Lisa Lipscomb had survived tough times before, having worked on a short-staffed hospital unit during the worst days of the COVID pandemic. Transporting patients and working in housekeeping, “I saw horrible … horrible … ” she said, leaving the thought unfinished.
But a family crisis “tore up my soul. It got so bad that I tried to take my life. Then I went in the hospital for two weeks.”
The Roanoke resident was diagnosed with post traumatic stress disorder (PTSD). Upon discharge from a psychiatric unit in April, she needed follow-up care, but her options were limited. She has Medicaid but not all private practices accept it, and those that do often have long waiting lists.
Lipscomb was referred to the Bradley Free Clinic in Roanoke’s Old Southwest.
At Bradley, she sees a psychiatrist and a counselor.
“I’ve come so far from where I was when I first came here,” she said. “They’ve helped me tremendously. And, I feel good. Every day I get up and look forward to it.”
Lipscomb is one of many patients who receive services in the William and Margaret Robertson Behavioral Health Wing, which opened in July. The new wing is helping Bradley meet increasing demand for mental health services.
At the beginning of 2019, the clinic had fewer than 50 mental health patients. That year, Mental Health America of Roanoke Valley, which served uninsured psychiatric patients, closed its doors. Those patients transferred to Bradley. “I knew that we were going to need to expand because we had already filled every nook and cranny in this building with staff and patients,” said Janine Underwood, Bradley’s executive director. “We were kind of doing makeshift counseling in exam rooms and office space.”
Around the time the new patients were transitioning to Bradley, Underwood got a call from the Robertson family — fortuitous timing she refers to as “the magic of the Free Clinic.”
William “Willie” Robertson of Salem, a longtime supporter of Bradley, died in 2019. His children made a donation of $100,000 that launched an effort to raise money for a new behavioral health wing. It was named for William Robertson and his wife, Margaret, who died in 2021.
Richard Rife designed the 1,900-square-foot wing, which includes a new reception area, six counseling rooms, a group therapy room, office space, and a flex space for speech, physical and occupational therapy. (Disclosure: Rife is related to Cardinal executive director Luanne Rife.) The addition extends the building at 1240 3rd St. SW into the parking lot. The cost was $1.3 million, funded by the city of Roanoke ($310,000), the Virginia Health Care Foundation ($125,000), the Roanoke Women’s Foundation ($100,000), the Community Foundation ($67,000), Bradley board members and other donors.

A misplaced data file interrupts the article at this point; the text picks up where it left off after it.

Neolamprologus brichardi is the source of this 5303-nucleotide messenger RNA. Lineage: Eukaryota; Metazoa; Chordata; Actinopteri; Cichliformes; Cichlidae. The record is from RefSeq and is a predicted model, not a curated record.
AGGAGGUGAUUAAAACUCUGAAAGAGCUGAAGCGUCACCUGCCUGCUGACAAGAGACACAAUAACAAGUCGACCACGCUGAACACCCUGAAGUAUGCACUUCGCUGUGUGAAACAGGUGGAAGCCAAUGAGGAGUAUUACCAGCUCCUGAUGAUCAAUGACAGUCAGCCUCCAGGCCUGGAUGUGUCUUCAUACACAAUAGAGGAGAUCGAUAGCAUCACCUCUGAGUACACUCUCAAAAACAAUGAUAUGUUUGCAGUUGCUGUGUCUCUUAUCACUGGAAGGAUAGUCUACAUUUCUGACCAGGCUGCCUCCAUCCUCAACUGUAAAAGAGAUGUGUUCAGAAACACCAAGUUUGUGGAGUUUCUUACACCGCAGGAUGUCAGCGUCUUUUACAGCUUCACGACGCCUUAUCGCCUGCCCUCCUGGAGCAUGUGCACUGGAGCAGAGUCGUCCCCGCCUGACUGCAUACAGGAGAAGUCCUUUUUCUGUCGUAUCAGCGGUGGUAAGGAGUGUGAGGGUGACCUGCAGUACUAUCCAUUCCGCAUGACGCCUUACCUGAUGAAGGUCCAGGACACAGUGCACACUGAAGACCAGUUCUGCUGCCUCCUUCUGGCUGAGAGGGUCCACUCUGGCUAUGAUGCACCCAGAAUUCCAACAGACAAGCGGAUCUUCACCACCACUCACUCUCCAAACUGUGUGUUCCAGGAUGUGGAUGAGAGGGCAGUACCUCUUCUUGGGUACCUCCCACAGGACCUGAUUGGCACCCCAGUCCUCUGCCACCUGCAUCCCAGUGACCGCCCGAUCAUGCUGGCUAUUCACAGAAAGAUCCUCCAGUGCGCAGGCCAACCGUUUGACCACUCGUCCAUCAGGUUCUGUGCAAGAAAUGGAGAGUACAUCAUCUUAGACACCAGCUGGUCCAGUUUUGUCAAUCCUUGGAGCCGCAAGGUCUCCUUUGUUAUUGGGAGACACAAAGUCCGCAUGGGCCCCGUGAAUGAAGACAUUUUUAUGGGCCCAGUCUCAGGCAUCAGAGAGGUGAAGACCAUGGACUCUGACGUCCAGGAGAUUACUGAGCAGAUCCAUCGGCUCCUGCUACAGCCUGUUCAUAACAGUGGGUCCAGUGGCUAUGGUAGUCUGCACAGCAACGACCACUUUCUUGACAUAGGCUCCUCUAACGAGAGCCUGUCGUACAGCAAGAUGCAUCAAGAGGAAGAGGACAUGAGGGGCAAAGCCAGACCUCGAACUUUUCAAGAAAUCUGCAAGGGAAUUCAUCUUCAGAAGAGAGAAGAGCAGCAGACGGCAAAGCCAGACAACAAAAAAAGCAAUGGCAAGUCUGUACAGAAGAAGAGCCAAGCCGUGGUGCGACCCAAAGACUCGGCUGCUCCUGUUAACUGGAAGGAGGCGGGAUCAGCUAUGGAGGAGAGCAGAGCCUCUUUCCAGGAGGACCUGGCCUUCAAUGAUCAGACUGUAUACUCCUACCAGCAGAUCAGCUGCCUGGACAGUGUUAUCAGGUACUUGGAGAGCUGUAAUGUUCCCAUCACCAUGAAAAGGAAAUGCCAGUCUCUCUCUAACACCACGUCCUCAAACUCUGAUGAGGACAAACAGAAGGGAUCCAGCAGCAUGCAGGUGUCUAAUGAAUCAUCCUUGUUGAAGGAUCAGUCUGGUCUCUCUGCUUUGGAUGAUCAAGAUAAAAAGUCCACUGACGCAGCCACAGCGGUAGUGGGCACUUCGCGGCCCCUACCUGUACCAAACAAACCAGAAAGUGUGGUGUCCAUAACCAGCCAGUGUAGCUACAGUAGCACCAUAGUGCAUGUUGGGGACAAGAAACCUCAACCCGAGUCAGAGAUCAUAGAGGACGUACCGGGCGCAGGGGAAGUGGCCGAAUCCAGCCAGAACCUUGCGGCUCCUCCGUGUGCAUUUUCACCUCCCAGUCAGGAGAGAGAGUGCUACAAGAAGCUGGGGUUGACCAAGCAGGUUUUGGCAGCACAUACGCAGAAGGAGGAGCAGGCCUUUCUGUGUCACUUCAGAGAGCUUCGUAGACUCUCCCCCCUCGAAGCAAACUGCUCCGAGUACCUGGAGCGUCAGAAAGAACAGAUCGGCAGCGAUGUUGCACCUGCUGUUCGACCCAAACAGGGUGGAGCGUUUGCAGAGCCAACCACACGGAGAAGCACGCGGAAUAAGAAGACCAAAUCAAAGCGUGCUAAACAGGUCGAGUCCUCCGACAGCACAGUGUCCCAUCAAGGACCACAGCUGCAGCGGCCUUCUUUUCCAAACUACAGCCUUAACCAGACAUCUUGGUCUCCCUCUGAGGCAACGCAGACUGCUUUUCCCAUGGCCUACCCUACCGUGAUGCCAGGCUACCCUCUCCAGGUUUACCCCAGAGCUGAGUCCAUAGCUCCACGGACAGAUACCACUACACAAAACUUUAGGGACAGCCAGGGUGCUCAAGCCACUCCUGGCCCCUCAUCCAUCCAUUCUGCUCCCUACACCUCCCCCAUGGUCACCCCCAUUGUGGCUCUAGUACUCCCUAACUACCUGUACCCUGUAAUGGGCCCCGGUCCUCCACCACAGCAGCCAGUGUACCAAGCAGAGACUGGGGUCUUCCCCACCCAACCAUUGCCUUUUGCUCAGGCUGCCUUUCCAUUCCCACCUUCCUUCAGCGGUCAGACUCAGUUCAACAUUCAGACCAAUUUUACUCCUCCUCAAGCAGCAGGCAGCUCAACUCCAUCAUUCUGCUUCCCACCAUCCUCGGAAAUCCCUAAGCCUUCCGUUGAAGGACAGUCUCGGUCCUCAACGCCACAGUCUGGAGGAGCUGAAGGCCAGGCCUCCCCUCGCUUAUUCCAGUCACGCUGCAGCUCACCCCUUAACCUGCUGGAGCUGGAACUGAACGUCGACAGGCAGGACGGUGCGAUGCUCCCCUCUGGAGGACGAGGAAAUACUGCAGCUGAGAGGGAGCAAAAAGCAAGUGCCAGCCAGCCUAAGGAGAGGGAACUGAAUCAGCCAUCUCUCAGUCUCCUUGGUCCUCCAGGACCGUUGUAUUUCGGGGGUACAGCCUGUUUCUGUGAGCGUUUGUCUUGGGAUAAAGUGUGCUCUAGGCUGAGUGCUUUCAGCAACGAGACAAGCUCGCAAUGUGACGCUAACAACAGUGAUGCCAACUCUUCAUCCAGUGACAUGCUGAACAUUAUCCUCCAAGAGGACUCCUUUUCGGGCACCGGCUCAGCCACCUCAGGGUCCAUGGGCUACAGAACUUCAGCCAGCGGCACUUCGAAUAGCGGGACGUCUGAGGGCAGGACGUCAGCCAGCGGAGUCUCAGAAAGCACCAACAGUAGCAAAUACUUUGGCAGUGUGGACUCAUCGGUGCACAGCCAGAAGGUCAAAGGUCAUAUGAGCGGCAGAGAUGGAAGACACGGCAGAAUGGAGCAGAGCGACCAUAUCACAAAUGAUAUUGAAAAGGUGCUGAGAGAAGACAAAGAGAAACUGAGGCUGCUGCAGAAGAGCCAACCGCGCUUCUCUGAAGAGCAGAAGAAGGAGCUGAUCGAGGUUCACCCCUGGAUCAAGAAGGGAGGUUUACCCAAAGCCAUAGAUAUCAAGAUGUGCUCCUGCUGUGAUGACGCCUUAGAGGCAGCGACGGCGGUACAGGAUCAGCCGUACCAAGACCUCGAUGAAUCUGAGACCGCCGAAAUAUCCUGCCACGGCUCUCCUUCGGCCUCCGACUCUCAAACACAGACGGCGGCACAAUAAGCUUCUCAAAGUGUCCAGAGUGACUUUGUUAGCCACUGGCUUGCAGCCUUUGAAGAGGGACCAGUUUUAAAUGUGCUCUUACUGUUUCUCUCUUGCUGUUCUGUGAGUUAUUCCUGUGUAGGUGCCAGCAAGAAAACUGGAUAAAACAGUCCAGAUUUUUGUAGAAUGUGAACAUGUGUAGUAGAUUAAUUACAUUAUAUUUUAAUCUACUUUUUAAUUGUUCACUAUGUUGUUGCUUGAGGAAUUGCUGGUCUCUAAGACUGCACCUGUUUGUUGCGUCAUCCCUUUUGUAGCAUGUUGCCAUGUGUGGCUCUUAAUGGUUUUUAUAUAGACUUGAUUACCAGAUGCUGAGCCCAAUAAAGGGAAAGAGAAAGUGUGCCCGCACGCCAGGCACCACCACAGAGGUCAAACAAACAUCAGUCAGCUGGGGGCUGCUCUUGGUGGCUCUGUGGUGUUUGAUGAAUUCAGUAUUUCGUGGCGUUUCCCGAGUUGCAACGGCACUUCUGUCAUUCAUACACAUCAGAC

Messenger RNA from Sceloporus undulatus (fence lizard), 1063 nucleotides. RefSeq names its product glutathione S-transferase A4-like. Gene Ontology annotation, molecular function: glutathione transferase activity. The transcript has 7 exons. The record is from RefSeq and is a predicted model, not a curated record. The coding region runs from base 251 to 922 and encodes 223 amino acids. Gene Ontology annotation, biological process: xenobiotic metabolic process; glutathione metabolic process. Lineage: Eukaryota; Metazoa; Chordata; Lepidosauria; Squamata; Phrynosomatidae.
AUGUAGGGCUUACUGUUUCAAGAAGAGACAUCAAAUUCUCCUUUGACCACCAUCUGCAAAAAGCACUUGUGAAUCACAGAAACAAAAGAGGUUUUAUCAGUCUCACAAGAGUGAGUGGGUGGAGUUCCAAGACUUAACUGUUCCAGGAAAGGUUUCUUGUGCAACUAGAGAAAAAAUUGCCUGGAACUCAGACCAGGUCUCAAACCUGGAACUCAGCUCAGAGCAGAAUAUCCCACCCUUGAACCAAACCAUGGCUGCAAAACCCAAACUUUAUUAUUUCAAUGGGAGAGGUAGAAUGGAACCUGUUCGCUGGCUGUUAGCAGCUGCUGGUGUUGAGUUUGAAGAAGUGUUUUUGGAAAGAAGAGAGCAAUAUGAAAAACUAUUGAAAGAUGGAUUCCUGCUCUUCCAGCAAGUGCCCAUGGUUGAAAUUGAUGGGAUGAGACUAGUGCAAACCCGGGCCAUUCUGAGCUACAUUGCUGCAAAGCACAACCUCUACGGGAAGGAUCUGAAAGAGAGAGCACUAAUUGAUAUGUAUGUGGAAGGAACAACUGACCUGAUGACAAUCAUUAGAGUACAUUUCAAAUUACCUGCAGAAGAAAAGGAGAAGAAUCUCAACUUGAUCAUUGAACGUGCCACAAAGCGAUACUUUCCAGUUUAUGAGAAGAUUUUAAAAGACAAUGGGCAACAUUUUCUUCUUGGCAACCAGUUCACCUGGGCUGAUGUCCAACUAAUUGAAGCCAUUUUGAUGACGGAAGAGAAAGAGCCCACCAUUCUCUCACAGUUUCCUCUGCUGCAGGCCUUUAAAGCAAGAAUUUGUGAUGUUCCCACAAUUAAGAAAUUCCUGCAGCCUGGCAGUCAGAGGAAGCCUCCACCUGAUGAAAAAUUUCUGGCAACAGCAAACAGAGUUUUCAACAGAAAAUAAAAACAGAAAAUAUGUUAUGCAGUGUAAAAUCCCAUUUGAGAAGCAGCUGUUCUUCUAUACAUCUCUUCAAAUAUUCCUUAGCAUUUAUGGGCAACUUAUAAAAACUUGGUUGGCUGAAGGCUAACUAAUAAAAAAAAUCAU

Louis Tudor was a well-known swimming coach and restaurateur in Roanoke who served biscuits to downtown workers at his family’s store on Church Avenue. Struggling with mental health amidst the pandemic shutdown, he died by suicide on July 1, 2020. Family members established the Tudor House nonprofit dedicated to suicide prevention, education and support. Tudor House made a $25,000 donation to the new wing.
“Unfortunately, Louis was trying to seek services in the midst of a pandemic,” said Kathleen Thorell, executive director of Tudor House. “And so there was a lot of roadblocks. There are always roadblocks, but he had even more to deal with, just based on that everything was shut down. And so our goal is always to try to reduce those roadblocks. Obviously, some of the restrictions from COVID have lifted. So those things are not as bad, but it’s still very difficult to get in with service providers. And if you’re already struggling, that makes it even harder to stick with it.”
Another well-known Roanoke Valley family who made a donation were the Chiglinskys.
Joanne Chiglinsky was a licensed clinical social worker who volunteered at the Free Clinic in addition to serving clients in a counseling practice with her husband, Michael Chiglinsky. Their children, Brian, Peter and Katherine Chiglinsky, grew up in Salem. Brian became the director of speechwriting for the Department of Health and Human Services during the Obama administration. He lives in Falls Church and is director of communications for a health care company.
2021 was a very bad year for the Chiglinskys. Michael Chiglinsky died from complications of surgery for cancer in April. Joanne Chiglinsky died September 2. Their children established a scholarship named for their father, and donated $25,000 to the Bradley in memory of their mother. “It makes us feel closer to them and it makes us feel like there can be some good coming out of losing these two really caring people,” Brian Chiglinsky said.